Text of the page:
The Korea Herald


Asia witnesses soccer power shift

By Oh Kyu-wook

Published : Jan. 7, 2011 - 19:36

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Chung loses FIFA post to Jordanian prince

It was a shock to Chung Mong-joon that the Asian Football Confederation decided not to re-appoint him as the FIFA vice president for Asia.

The 45-member committee voted Thursday 25-20 in favor of Prince Ali bin al-Hussein over Chung at the Asian Football Confederation’s meeting in Doha.

Chung, 59, had been in the job for 16 years and was widely expected to serve another four-year term. Instead, Chung left the conference hall without comment after the shock defeat to the 35-year-old Prince Ali.

Chung, the honorary president of the Korea Football Association, has long been the lone Korean representative on the FIFA board. And now with Chung’s defeat, the country no longer has a representative on the world’s football governing body nor the AFC. 
Chung Mong-joon (right) congratulates Jordan’s Prince Ali bin al-Hussein after losing his FIFA title Thursday. (AFP-Yonhap News) Chung Mong-joon (right) congratulates Jordan’s Prince Ali bin al-Hussein after losing his FIFA title Thursday. (AFP-Yonhap News)

Chung became the head of KFA in 1993, and the following year he won his first FIFA vice presidency. During his term, he helped Korea co-host the 2002 World Cup with Japan and the country enjoy rapid growth in football ― last year, notably, the national team qualified for its seventh consecutive World Cup finals, and the women’s U17 team won its first ever FIFA World Cup title.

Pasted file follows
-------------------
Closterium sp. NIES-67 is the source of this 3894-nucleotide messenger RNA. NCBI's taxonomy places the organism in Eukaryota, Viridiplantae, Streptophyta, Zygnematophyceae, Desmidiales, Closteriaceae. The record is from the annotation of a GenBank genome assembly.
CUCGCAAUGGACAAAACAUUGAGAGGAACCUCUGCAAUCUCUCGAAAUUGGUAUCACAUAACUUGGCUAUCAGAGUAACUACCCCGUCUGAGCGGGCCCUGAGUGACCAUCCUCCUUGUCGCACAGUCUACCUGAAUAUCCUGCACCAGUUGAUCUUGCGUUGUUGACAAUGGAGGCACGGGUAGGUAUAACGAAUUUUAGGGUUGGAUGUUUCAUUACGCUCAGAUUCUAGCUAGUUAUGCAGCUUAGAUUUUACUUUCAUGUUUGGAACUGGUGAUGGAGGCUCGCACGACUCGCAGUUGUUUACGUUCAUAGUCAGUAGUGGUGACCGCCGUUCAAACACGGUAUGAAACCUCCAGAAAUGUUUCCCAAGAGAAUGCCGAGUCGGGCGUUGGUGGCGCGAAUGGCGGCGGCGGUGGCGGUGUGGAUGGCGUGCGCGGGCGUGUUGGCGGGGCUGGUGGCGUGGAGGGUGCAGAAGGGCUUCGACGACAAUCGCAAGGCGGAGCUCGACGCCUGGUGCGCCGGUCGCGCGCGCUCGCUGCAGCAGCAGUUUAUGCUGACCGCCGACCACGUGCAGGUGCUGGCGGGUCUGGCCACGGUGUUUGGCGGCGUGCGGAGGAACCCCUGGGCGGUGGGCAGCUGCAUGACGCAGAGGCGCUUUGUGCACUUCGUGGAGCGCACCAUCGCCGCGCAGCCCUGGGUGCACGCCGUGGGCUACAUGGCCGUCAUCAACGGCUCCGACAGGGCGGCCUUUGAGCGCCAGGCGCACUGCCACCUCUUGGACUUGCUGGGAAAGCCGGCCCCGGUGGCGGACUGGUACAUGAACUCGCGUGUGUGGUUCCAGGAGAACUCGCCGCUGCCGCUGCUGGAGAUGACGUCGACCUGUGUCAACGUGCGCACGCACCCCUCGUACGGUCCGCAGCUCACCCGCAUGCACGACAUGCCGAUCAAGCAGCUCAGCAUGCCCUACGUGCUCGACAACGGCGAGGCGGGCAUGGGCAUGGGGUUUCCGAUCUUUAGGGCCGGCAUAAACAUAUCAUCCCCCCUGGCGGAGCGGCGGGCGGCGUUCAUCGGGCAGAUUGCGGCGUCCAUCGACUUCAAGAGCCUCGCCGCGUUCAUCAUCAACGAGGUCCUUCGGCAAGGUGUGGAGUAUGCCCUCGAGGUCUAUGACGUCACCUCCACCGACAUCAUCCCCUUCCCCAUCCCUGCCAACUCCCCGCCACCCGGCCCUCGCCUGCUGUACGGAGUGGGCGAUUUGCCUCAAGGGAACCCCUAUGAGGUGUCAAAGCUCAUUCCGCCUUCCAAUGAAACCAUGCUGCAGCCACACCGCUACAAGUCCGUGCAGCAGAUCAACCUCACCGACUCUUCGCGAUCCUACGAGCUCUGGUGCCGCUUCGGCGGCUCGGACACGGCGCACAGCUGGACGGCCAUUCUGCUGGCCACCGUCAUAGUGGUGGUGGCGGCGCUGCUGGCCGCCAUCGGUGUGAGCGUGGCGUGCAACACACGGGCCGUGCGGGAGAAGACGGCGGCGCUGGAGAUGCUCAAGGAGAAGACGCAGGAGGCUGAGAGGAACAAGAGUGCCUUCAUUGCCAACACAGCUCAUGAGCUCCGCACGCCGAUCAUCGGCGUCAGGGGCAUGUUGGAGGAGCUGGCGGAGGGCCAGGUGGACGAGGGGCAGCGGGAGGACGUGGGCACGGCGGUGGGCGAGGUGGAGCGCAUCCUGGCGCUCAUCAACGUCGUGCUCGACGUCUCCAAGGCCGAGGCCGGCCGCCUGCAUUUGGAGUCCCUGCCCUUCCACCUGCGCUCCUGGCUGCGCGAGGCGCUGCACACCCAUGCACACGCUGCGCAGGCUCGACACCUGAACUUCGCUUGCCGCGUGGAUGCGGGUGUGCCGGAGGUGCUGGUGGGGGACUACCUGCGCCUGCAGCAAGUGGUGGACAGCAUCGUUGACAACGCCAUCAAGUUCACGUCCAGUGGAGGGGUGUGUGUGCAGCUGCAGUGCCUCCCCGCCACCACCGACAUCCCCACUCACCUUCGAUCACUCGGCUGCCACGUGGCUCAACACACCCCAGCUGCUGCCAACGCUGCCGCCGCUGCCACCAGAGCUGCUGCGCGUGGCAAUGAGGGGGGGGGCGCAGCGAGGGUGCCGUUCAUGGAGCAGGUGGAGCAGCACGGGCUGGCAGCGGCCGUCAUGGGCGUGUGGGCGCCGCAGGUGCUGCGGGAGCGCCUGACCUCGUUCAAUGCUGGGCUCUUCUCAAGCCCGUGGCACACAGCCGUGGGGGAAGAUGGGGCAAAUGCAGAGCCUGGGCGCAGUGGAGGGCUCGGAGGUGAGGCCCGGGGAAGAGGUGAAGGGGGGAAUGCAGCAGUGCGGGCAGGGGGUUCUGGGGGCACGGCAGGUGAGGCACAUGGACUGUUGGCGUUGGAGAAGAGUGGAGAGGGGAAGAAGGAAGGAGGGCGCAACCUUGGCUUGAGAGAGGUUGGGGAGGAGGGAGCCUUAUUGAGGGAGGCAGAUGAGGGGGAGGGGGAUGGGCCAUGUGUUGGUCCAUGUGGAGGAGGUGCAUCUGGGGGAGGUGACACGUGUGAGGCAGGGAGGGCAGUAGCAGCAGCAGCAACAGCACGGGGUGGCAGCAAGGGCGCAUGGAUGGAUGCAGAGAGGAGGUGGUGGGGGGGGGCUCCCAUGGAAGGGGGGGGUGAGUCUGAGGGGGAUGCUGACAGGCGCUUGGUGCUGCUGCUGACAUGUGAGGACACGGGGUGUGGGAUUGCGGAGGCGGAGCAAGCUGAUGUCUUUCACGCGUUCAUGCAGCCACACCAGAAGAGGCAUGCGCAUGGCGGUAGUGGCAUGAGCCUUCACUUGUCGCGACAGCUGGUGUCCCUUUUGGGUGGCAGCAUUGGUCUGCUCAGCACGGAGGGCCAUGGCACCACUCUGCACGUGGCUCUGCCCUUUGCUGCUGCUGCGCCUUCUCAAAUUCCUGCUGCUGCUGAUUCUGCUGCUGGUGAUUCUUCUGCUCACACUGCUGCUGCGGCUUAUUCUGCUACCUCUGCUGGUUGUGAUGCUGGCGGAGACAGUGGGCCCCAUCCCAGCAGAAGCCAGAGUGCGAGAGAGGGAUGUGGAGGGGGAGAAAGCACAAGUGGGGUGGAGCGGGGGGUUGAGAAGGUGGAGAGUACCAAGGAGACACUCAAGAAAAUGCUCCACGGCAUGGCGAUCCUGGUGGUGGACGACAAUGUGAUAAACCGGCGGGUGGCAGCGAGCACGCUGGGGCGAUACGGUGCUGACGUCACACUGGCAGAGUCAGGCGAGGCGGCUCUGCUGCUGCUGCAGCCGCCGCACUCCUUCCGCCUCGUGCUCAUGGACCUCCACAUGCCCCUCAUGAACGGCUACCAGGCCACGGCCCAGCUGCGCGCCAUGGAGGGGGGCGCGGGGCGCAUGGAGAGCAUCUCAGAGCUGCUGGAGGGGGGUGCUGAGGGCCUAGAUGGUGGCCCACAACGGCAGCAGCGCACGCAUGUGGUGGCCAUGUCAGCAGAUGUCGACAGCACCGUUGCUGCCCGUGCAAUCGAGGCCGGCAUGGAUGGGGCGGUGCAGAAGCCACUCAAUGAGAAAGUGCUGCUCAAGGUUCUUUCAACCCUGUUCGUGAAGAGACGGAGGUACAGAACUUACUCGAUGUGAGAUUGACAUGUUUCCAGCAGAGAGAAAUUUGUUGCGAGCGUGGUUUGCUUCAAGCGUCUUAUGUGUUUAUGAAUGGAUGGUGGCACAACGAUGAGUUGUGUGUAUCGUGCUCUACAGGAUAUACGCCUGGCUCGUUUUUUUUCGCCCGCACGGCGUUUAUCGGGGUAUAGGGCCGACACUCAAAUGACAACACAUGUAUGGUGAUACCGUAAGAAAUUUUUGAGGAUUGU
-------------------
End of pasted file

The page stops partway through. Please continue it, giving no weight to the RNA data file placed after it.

Local pundits now worry that without Chung’s influence on the football governing body, Korea could be marginalized on the world stage.

“It’ll take a long time to find Chung’s replacement. It’s a huge blow to Korean football,” Lee Yong-soo, a football commentator and professor at Sejong University told local reporters.

The result came just weeks after the FIFA chose Qatar for the 2022 World Cup, underlining a power shift in the world’s football governing body toward the Middle East.

Asia sends four delegates to FIFA’s executive committee, including one of eight FIFA vice presidents. On Thursday, along with Qatar’s Mohamed Bin Hammam, who won his third term as the president of AFC, Thailand’s Worawi Makudi and Vernon Manilal Fernando of Sri Lanka, who beat Kohzo Tashima of Japan and China’s Zhang Jilong, were elected for those posts.

Reports suggest that Prince Ali’s victory also gives a boost to FIFA president Sepp Blatter, who is scheduled for re-election in June, to retain the seat that he has kept since 1998.

Sheikh Ahmad Ali Fahad Al Sabah, the chief of the Kuwait football federation who also heads the Olympic Council Asia, acknowledged that he voted for Prince Ali to bring “unity and change.” He also added that he would support Blatter when he stands for re-election.

“I can announce that the 25 people who voted for Prince Ali today will vote for President Blatter, because he deserves to continue as FIFA president.”

Chung, along with Mohammed Bin Hammam, was seen as a strong candidate to end the 74-year-old Swiss chief’s regime. But Thursday’s result means Chung has lost his chance to challenge Blatter as well as become the first Asian FIFA president.

By Oh Kyu-wook (